Utz’s 32oz Cheese Ball barrel. 1120 cheese balls, 4160 calories, 64g saturated fat, 8320mg sodium.

Utz’s 32oz Cheese Ball barrel. 1120 cheese balls, 4160 calories, 64g saturated fat, 8320mg sodium.

We’re gonna need a bigger ark.

We’re gonna need a bigger ark.

Gherkin section of a standard supermarket.

Gherkin section of a standard supermarket.

The Venti (or Trenta) Angry Bird, 16″ round

The Venti (or Trenta) Angry Bird, 16″ round

Reese’s T-shirt, headphones (two kinds) and scented candle.

Reese’s T-shirt, headphones (two kinds) and scented candle.

If you’re not used to it, having so much choice in every purchase decision is kind of incredible. I wandered around Walmart for hours, taking in the inexhaustible categories of everything.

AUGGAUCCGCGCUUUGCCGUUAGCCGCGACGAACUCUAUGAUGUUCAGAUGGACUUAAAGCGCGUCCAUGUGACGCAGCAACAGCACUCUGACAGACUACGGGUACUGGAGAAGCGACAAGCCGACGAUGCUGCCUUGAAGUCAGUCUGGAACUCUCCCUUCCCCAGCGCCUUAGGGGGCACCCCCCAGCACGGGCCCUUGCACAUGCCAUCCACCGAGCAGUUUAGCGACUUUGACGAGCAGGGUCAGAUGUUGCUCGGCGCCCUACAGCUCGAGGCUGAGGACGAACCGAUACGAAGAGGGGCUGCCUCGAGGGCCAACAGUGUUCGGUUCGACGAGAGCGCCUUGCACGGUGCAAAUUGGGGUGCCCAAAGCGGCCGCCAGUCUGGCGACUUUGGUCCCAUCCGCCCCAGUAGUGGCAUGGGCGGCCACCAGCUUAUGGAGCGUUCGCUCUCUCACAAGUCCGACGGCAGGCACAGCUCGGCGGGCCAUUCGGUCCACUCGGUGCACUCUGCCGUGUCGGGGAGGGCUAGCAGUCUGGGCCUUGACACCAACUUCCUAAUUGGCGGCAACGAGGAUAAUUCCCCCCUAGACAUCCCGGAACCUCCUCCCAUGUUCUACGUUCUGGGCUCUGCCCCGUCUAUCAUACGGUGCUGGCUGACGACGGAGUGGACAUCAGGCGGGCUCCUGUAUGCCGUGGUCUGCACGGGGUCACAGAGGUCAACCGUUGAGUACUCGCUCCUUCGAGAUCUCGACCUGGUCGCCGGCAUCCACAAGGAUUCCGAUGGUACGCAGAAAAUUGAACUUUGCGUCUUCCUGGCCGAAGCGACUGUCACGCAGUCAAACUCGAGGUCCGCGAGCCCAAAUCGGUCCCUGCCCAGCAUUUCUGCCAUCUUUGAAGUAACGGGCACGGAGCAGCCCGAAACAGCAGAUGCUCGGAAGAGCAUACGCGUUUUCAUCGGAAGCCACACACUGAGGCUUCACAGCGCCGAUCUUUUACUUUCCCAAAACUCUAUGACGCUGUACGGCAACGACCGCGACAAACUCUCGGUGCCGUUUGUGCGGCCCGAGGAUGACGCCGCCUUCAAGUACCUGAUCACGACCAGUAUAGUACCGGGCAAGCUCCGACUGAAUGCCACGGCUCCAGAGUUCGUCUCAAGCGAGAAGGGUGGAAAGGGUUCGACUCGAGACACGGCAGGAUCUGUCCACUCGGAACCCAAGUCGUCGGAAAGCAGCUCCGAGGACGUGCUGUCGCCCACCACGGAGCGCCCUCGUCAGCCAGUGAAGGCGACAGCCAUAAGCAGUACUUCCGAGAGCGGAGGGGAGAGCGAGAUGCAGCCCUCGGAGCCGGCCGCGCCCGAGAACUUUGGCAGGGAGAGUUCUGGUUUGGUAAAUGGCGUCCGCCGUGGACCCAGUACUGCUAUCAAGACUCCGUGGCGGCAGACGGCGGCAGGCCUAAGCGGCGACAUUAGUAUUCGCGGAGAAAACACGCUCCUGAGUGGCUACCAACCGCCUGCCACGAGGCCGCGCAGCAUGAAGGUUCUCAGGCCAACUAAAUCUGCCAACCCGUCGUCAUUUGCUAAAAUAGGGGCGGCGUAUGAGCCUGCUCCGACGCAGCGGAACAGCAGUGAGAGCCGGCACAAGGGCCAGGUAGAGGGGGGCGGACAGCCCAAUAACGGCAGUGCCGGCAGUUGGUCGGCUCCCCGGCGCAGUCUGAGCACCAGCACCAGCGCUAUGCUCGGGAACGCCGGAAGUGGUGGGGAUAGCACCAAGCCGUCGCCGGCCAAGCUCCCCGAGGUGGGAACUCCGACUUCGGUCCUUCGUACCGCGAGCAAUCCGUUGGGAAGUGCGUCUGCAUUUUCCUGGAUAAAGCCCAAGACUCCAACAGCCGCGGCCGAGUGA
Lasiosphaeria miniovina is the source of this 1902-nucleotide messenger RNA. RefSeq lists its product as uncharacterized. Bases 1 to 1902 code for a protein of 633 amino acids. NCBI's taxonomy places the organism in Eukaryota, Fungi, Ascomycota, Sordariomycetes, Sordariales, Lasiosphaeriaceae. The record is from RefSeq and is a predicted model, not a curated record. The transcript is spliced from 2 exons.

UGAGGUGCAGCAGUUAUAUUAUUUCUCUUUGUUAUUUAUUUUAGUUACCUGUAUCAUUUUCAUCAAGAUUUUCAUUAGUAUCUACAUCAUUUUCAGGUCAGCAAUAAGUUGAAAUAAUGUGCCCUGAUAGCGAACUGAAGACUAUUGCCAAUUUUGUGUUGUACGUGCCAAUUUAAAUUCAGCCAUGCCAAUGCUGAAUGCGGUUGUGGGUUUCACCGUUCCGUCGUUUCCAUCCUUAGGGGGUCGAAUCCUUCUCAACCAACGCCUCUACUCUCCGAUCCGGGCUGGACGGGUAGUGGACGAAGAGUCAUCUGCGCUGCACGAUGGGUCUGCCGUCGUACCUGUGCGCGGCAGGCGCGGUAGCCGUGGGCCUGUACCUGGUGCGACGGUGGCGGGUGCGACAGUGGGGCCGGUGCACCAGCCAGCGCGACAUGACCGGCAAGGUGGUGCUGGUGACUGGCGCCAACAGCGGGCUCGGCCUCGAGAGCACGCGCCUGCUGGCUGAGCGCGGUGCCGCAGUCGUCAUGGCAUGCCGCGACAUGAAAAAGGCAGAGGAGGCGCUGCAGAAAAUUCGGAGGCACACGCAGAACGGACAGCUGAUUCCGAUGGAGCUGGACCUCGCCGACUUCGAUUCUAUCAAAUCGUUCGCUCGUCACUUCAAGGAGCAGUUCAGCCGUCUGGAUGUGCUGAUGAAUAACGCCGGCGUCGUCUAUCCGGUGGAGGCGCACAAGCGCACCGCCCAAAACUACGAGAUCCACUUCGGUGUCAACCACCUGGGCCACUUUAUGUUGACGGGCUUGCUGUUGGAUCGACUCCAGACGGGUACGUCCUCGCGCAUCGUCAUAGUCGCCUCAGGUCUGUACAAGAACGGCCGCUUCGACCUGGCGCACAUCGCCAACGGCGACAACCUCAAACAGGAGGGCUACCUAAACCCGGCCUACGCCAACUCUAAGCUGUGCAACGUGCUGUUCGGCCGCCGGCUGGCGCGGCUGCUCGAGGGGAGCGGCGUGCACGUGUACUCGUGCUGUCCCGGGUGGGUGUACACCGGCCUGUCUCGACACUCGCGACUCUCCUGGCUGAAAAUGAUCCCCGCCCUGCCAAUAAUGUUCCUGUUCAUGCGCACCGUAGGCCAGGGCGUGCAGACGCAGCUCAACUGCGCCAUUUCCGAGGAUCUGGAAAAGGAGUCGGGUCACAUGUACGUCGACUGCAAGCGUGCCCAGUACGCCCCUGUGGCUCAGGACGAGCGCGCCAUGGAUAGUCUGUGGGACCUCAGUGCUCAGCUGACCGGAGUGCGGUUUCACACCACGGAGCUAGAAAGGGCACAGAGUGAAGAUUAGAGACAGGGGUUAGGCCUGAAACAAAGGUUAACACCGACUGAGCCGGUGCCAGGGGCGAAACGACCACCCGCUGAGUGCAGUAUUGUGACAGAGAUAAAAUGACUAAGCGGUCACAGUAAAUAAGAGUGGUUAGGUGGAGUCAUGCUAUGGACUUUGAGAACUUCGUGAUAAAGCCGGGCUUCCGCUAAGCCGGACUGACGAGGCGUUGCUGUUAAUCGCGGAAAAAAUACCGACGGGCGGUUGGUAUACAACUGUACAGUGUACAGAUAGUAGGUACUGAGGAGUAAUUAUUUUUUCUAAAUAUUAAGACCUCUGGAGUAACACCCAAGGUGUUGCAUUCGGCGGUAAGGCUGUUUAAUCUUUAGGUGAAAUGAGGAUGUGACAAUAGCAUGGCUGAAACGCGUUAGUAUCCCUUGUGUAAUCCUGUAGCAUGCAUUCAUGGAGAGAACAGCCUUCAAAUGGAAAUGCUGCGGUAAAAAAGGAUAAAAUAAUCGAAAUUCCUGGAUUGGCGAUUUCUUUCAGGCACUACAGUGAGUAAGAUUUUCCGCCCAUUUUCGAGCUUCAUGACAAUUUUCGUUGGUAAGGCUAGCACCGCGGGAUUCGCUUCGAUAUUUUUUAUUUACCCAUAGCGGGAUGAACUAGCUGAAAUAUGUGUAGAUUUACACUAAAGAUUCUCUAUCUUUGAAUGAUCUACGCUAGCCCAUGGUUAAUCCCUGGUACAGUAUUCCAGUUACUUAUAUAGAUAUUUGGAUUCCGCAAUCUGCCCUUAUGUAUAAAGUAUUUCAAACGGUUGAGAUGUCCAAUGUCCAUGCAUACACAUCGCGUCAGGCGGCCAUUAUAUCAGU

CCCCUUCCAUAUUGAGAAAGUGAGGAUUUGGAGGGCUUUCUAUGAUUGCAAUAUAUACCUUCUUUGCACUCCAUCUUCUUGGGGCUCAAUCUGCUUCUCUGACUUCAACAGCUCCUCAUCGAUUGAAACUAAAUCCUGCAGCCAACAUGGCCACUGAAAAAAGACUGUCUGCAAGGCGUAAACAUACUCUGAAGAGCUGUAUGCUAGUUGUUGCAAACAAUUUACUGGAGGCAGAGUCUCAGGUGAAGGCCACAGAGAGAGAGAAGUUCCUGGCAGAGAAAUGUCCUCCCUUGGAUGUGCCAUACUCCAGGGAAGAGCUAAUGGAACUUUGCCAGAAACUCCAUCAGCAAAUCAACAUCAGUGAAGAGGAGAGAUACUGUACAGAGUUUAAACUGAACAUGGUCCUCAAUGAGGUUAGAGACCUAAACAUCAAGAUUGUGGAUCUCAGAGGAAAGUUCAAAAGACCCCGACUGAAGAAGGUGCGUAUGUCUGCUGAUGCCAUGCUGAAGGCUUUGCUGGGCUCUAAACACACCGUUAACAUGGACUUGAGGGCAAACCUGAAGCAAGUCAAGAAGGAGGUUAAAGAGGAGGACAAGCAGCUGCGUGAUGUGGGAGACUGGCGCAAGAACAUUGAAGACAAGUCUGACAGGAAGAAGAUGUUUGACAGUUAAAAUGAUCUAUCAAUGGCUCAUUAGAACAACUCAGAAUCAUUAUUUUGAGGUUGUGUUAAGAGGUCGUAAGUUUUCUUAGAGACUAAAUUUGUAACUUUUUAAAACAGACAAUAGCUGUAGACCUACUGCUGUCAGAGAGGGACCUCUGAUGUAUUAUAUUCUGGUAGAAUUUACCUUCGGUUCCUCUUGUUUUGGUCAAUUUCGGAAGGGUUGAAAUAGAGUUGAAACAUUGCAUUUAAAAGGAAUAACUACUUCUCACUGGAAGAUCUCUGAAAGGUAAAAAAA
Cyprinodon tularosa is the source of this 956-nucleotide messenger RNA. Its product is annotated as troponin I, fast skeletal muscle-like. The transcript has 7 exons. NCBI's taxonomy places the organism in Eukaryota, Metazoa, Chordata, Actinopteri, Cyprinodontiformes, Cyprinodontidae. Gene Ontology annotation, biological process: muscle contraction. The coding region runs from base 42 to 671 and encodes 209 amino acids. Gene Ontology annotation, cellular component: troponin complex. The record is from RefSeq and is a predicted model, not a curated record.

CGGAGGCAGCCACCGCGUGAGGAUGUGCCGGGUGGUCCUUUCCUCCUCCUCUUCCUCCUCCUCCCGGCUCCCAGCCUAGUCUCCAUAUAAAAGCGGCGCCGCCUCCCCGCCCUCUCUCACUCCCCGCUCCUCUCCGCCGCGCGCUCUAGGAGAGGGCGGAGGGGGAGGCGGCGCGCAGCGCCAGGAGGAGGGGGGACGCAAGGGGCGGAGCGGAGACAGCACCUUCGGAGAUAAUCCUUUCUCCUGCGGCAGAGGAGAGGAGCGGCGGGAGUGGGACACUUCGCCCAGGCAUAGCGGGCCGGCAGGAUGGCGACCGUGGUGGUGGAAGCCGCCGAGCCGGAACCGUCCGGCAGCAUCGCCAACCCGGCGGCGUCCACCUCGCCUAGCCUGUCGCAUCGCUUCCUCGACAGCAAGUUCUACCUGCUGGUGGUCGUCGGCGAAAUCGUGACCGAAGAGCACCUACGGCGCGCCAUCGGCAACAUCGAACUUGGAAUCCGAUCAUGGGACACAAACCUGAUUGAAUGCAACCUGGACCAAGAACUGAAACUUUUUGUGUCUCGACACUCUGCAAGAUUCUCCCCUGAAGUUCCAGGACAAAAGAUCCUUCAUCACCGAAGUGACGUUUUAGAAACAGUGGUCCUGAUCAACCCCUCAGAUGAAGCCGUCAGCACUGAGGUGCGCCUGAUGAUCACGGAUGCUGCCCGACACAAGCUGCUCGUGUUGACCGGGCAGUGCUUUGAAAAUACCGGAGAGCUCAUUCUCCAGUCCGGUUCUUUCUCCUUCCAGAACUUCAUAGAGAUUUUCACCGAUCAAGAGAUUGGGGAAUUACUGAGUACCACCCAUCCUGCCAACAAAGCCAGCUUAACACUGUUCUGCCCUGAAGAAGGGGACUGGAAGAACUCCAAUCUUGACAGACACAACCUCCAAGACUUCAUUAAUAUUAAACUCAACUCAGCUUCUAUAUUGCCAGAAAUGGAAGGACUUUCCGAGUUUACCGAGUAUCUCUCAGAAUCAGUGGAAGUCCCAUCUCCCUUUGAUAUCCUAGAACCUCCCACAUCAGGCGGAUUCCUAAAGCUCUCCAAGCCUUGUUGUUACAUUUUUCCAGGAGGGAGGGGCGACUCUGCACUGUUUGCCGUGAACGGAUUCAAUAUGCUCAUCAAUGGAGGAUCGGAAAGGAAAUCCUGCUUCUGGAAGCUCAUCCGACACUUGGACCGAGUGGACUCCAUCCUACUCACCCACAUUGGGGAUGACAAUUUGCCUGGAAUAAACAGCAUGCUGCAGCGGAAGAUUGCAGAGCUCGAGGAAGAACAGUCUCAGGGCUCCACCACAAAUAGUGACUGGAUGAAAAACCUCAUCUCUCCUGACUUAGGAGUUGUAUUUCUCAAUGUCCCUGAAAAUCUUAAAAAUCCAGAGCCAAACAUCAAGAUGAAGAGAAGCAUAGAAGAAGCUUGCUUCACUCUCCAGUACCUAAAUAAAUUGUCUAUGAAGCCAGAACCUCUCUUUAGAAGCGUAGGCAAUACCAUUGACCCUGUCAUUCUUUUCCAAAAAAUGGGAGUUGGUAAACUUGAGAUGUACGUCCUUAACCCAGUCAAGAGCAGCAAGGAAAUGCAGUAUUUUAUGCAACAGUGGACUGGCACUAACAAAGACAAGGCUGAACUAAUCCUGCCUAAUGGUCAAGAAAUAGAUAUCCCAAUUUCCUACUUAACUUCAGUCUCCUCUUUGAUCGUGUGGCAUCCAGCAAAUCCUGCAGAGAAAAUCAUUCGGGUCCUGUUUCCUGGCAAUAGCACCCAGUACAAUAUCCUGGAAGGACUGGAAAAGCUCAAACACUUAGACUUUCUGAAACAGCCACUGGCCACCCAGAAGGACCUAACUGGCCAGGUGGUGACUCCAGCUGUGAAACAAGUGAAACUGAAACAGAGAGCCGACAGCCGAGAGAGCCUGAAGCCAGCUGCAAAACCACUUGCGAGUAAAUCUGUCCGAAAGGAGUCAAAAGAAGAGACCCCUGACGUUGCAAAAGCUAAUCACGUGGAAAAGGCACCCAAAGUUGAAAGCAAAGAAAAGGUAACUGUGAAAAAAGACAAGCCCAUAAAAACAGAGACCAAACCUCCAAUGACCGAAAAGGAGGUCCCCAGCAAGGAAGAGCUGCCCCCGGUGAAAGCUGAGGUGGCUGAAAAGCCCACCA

This is something that Malcolm Gladwell talks about in Choice, happiness and spaghetti sauce: how Howard Moskowitz helped the food industry to understand that people don’t know what they want. About horizontal segmentation, about how there’s no “good” or “bad” mustard, just different types of mustard to suit different types of people. Democratizing the way people thought about taste, and embracing – through product variety – the diversity of human beings. Which I guess means that in the UK we are less embracing of diversity? Or at least that we’re just starting to catch up?

It would be interesting to look at how this affects national psyches. Does having exactly what we want all the time make us better people? To what extent has the obesity epidemic in the US been caused by the important of choice outweighing the dangers of excess?

Comment